Zlatan Ibrahimovic has many things – a larger than life personality, an enduring knack for goal-scoring, a famous ego that breeds boundless confidence, and a combined 12 league titles won across four different countries.
One thing the 41-year-old Swede doesn’t have is regret.
Ibrahimovic played for six months without an anterior cruciate ligament (ACL) last season, taking regular injections, draining fluid from his left knee, and gobbling painkillers, so he could fulfil his promise to the AC Milan faithful and help deliver a first scudetto to the Rossoneri since 2011.
He stayed true to his promise but also exacerbated his knee injury, needing surgery in May to reconstruct the ruptured ACL. He hasn’t competed since.
Currently in Dubai, where AC Milan are having a winter training camp, Ibrahimovic is following a strict rehabilitation programme for his knee, hoping to return to action at some point this season.
“So I was injured let’s say one year ago. And since then, every day I put my foot on the field was a consequence, but we knew, we knew every time I went out to try to do something, there was a consequence that things would get worse,” Ibrahimovic said in Dubai.
“But I have no regrets, I would redo it every time if I could choose, just to win the scudetto because my mentality is that.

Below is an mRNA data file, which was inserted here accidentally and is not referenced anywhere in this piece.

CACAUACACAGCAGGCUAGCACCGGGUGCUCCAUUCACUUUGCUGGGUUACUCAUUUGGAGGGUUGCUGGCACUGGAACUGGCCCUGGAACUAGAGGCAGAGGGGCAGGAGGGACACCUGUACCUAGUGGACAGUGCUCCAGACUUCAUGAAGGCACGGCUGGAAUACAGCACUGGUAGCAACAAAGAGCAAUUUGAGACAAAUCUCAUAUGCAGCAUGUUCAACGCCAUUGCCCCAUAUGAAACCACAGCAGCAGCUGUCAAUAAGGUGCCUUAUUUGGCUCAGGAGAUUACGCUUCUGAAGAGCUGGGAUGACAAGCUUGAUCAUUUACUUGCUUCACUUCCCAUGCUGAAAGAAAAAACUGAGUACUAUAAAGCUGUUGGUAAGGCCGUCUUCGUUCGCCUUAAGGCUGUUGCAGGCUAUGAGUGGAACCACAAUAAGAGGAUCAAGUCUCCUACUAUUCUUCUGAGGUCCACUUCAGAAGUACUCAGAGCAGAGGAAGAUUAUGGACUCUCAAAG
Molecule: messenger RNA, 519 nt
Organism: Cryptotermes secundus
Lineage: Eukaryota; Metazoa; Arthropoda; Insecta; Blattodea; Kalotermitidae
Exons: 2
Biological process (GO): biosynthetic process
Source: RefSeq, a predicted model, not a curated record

“I mean the drive to win, do everything to win, help my team to win. And I knew I was not 100 percent in condition and every time it got worse and worse but I have no regrets and in the end we won, so now I am paying for what I went through.
“Let’s say every trophy has its price, and this price was my knee.”
Ibrahimovic says his rehab is going well but that it was a long process.
“The key here is having patience,” he added.
“There is no date where I’m supposed to be back or when I have to be back. Here it’s all about feeling good, with your health, and when the health is good, then the second step is to play football.”
Ibrahimovic’s triumph with Milan last season was his second Serie A success with the club, having also won with them in 2010-2011.
“We had a team that was really phenomenal and everybody expected us to win,” recalled Ibrahimovic of that squad from 11 years ago.
“We were one of the favourites to win and we had amazing players that won a lot of trophies and they were in the last part of their career, more or less like I am now. And individually they were really phenomenal.”
His second stint with the club has been quite a different story.
“I came to a second wave Milan this time and it was a different Milan. A Milan that even playing Champions League for I don’t know, eight, nine years, didn’t win any trophies,” he said.
“[No] Scudetto since 2011, and was a young team, different owner, so the situation was completely different. But the bigger satisfaction was this trophy because nobody expected us to win because everybody said we will not even come top four.
“When I came to the first press conference, I said I will bring them back to the top and we will win. And people were laughing, they said no chance, because they said I’m too old, I will not make it, I should stop playing football.